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Written By Pauline Day.


The Women's Institute is the largest voluntary women's organisation in the UK. Truth, justice, tolerance and fellowship are the ideals set out at its birth in 1915. It exists to educate women enabling them to provide an effective role in the community, expand their horizons and to develop and pass on important skills. The WI has a reputation as a voice of reason and integrity on issues that matter to women and their communities and campaigns on a wide range of social and justice issues concerning them at home and abroad. Not always to its advantage the WI has had a 'Jam and Jerusalem' image placed upon it in recent times and Jerusalem is sung on special occasions. The WI does believe in England's green and pleasant land and that more should be done to preserve it and Jam made representing all the practical things that are done and passed on.

The first WI in Britain was formed in Angelsey in 1915 by 1917 the county federations were set up and in 1919 a branch was opened in Sible Hedingham being part of the Essex Federation. A meeting was held in the Assembly rooms in February 1919 to form the group when 36 ladies gave their names as members and a committee was formed with Miss Sparrow of Rookwoods elected as President. The first meeting was held in March 1919 with over 60 present. The speaker was unable to attend owing to illness and Miss Sparrow kindly gave an informative demonstration on slipper making. There was a short entertainment and tea was served. The format of this meeting still continues today. The minute books show that in 1925 all members were asked to pay 1d.for a bun and a cup of tea and during the 1920's the meetings moved from the Assembly rooms to the Y.M.C.A. hut which had been erected in Alexandra road and had better facilities.

In 1932 a hired car transported four members to a County meeting in Chelmsford at the cost of £1.00.

In 1939 the WI was asked if they would look after children in the event of war. There were now 100 members, money was sent for 'Soldier's comforts' and rationing was imminent. In 1940 a notice came from the food office regarding sugar for jam making and members ration books were stamped Sible Hedingham WI. In 1941 there were 63 members and a fruit preservation centre was set up at the 'New Secondary school' when 190 lbs. of jam were made in the first week. In total over 2000 lbs. of jams and chutneys were produced there.

A children's party was cancelled because of the war situation and each child received a 6d.savings stamp instead. Jumble sales, bazaars and a market stall were held raising money for war efforts. In 1943 a Lemon was given to the WI and put into a mystery parcel competition. This raised £1.8.6d.for social aid to China. In 1944 old people were entertained at the Secondary school using some of the contents of food parcels from abroad. When war ended food was still rationed, a tin of honey from Australia was raffled in 1946 and in 1947 each member had a food parcel from America and the elderly were entertained at a tea party with the remainder. This set a precedent for tea parties that were held annually for the next 50 years. Activities continued over the years including county and local craft shows, entering a float and helping with Hedingham Carnival which raised money for a new village hall where the meetings were held when the old Y.M.C.A. hut was demolished. A variety of charities have been supported one being the Sue Ryder Foundation for which 210 knitted and crochet blankets and 130 jerseys were made for distribution in Eastern Europe.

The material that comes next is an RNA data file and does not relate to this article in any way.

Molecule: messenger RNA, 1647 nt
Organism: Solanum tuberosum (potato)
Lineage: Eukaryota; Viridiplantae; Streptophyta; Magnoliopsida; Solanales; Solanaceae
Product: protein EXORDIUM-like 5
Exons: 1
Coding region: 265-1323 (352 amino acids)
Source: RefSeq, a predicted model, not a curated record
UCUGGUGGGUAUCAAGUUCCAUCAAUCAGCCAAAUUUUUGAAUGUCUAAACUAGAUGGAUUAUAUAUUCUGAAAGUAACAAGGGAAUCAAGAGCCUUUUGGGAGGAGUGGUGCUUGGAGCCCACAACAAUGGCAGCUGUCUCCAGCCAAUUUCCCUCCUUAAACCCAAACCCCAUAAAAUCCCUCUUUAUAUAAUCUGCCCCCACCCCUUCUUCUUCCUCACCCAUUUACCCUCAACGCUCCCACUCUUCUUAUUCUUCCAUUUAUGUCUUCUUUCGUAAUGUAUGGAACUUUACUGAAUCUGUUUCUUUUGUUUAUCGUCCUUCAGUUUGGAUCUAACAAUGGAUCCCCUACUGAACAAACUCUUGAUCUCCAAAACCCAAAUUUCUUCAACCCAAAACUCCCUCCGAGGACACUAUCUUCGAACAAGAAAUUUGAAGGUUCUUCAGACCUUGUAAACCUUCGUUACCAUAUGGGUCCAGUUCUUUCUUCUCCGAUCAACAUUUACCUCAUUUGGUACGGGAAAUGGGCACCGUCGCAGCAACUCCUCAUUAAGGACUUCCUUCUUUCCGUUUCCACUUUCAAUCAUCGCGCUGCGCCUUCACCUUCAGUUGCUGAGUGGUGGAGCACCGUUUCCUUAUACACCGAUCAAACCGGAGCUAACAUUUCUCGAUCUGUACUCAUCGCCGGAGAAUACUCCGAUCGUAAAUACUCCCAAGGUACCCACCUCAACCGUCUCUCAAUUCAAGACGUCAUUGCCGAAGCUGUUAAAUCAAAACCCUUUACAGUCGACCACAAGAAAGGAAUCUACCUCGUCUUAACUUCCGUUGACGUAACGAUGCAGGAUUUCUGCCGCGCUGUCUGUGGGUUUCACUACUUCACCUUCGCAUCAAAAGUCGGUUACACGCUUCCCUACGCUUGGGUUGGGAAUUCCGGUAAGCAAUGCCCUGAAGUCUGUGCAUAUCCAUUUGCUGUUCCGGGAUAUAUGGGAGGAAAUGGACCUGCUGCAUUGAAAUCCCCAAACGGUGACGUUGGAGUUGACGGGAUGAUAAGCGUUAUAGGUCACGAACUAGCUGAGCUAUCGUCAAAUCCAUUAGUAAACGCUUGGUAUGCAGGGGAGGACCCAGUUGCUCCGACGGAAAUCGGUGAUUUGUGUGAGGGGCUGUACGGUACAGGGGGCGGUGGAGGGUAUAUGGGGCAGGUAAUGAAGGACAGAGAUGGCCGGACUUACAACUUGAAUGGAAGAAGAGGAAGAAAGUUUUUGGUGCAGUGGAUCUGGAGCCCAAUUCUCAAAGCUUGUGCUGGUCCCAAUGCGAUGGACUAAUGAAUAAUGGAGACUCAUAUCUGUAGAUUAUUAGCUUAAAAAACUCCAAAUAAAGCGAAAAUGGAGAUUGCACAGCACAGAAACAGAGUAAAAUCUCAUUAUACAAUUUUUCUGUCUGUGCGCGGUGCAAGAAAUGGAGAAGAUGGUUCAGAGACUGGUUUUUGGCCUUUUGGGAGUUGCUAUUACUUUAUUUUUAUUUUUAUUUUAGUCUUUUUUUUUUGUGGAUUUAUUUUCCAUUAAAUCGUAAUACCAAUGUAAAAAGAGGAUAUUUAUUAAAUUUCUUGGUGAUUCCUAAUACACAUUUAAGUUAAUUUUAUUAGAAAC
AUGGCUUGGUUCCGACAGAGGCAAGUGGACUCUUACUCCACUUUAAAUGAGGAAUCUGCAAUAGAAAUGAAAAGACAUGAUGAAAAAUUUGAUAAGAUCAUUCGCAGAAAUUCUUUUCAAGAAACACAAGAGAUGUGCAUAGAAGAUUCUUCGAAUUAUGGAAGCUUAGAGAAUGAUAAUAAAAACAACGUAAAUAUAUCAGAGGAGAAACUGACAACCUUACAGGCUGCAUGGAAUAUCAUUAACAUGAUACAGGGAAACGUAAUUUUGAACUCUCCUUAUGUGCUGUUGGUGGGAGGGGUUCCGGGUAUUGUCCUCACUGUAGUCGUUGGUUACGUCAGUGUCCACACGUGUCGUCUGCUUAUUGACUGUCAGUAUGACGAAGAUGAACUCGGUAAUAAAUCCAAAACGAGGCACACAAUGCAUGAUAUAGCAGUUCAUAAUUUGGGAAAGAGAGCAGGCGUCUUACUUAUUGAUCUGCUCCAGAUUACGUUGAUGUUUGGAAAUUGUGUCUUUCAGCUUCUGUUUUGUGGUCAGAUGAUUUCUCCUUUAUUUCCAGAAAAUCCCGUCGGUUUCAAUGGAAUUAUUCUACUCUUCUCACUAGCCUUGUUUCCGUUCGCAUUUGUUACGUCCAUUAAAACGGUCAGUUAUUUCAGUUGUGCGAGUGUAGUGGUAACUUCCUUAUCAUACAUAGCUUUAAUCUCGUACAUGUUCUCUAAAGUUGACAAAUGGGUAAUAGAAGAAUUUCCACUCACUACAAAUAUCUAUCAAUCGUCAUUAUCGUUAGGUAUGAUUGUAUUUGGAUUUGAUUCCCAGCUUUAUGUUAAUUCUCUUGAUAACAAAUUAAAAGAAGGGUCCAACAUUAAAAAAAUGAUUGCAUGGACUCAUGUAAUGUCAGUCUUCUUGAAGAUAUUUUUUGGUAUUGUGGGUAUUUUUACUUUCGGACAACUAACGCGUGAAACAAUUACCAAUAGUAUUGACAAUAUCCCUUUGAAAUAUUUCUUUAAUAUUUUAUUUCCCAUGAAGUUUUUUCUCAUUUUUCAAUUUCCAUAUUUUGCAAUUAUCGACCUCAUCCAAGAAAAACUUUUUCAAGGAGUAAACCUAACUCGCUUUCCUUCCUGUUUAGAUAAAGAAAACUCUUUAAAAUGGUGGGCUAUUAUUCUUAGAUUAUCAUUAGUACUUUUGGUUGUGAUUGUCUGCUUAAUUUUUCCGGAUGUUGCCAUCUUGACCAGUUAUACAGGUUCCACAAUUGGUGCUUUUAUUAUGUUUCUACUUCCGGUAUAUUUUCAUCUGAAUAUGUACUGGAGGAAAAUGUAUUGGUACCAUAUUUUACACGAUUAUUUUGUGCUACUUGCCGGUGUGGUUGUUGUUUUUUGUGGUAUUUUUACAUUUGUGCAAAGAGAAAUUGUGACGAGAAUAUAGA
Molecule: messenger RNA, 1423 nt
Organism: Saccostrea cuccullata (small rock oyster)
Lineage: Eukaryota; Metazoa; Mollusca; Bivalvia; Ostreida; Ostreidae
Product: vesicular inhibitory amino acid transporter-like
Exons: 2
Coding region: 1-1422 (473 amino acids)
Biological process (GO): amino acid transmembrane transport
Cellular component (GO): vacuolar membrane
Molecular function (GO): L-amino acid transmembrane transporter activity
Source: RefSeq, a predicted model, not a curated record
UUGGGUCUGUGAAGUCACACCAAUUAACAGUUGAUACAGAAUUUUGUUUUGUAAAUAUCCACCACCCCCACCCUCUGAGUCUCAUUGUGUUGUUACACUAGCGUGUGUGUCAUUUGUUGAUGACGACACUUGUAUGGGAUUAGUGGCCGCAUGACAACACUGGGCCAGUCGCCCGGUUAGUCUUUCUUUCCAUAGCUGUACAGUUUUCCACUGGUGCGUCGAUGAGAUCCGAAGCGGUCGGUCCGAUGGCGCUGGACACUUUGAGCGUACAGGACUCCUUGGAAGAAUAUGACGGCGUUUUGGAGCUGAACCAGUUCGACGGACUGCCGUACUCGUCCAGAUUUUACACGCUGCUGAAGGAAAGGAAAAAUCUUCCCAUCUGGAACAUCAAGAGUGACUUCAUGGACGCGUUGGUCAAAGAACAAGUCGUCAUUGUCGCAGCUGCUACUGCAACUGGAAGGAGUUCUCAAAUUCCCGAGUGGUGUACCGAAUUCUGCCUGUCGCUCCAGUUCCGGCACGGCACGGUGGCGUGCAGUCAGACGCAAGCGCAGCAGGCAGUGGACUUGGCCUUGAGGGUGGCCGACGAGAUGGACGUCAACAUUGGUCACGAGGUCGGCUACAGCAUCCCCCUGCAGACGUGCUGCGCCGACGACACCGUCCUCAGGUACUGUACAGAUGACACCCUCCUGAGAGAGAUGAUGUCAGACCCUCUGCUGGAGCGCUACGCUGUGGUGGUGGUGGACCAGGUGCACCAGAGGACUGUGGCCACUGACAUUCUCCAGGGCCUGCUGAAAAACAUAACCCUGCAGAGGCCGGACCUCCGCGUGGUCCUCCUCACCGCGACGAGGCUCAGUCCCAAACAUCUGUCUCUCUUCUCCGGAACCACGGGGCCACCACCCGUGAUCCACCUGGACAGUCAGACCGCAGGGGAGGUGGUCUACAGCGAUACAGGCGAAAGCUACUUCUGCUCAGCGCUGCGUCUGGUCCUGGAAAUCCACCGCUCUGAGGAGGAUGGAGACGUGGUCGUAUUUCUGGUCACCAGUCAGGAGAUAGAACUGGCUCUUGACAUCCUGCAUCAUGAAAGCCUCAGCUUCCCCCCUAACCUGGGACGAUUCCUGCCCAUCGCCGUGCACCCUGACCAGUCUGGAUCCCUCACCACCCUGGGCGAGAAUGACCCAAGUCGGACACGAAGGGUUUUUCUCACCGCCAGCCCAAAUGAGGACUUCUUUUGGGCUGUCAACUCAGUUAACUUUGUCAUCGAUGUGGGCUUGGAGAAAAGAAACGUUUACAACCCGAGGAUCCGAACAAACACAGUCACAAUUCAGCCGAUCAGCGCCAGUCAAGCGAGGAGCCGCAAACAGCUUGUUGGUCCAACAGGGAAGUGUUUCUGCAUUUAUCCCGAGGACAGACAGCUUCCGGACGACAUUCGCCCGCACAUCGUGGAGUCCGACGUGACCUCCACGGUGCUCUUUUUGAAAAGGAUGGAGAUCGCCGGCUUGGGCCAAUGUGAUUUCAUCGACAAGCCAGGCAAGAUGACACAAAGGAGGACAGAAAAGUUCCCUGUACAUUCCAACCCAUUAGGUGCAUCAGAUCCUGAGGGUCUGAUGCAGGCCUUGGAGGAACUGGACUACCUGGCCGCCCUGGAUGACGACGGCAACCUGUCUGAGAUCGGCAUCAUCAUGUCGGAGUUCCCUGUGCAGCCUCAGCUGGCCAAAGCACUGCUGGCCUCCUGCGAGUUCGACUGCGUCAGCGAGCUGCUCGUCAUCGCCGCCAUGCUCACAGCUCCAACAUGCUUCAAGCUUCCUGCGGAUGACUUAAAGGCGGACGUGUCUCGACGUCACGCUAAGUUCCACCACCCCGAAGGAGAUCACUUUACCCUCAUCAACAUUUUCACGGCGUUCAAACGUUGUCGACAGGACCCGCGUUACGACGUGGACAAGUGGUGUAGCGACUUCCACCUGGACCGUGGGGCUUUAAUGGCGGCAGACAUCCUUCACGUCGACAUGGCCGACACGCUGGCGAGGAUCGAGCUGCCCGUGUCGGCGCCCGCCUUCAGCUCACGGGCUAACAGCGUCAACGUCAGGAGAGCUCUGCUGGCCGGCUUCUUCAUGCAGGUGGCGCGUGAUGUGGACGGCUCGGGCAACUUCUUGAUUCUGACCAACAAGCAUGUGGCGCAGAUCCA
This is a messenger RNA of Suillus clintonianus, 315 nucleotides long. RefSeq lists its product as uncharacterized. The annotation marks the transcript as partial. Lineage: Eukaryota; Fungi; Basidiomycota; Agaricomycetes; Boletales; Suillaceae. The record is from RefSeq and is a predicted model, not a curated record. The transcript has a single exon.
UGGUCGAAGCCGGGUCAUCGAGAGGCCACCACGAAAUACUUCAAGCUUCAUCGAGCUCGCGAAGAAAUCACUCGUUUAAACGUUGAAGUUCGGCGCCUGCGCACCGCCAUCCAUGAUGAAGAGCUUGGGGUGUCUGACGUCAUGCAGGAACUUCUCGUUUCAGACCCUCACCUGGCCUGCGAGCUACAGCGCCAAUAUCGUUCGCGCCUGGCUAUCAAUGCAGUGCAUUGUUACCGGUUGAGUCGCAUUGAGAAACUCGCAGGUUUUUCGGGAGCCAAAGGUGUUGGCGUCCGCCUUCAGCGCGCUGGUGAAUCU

Prior to the circulation, when Decimal currency was introduced a group of members were invited to try out the new money at Sainsbury's Decimal training store in Croyden.

The WI continued meeting and in 1968 it saw the need for a second WI in the village that could cater for women who worked and mothers who could not attend an afternoon meeting. The Sible Hedingham Evening WI was thus opened. The two continued until 1994 when the afternoon meeting closed and the two groups amalgamated dropping the word   'Evening' from their title.

Meetings are held on the third Monday of each month in the Baptist Churchl at 7.45 pm. Talks and Demonstrations on a wide range of subjects are given, refreshments served, social time and various competitions and outings held. The W.I. along with three other local village W.I.'s is in the Castle Group and together they hold an annual meeting and a Carol service and join each other's meetings from time to time. As part of the Essex Federation members can also attend county meetings in various venues around the county and join in county organised outings and workshops. Each member receives a monthly County newsletter and a copy of the National Magazine eight times a year.

Visitors and new members are always welcome details of the meetings are advertised on posters and on the village notice boards.    


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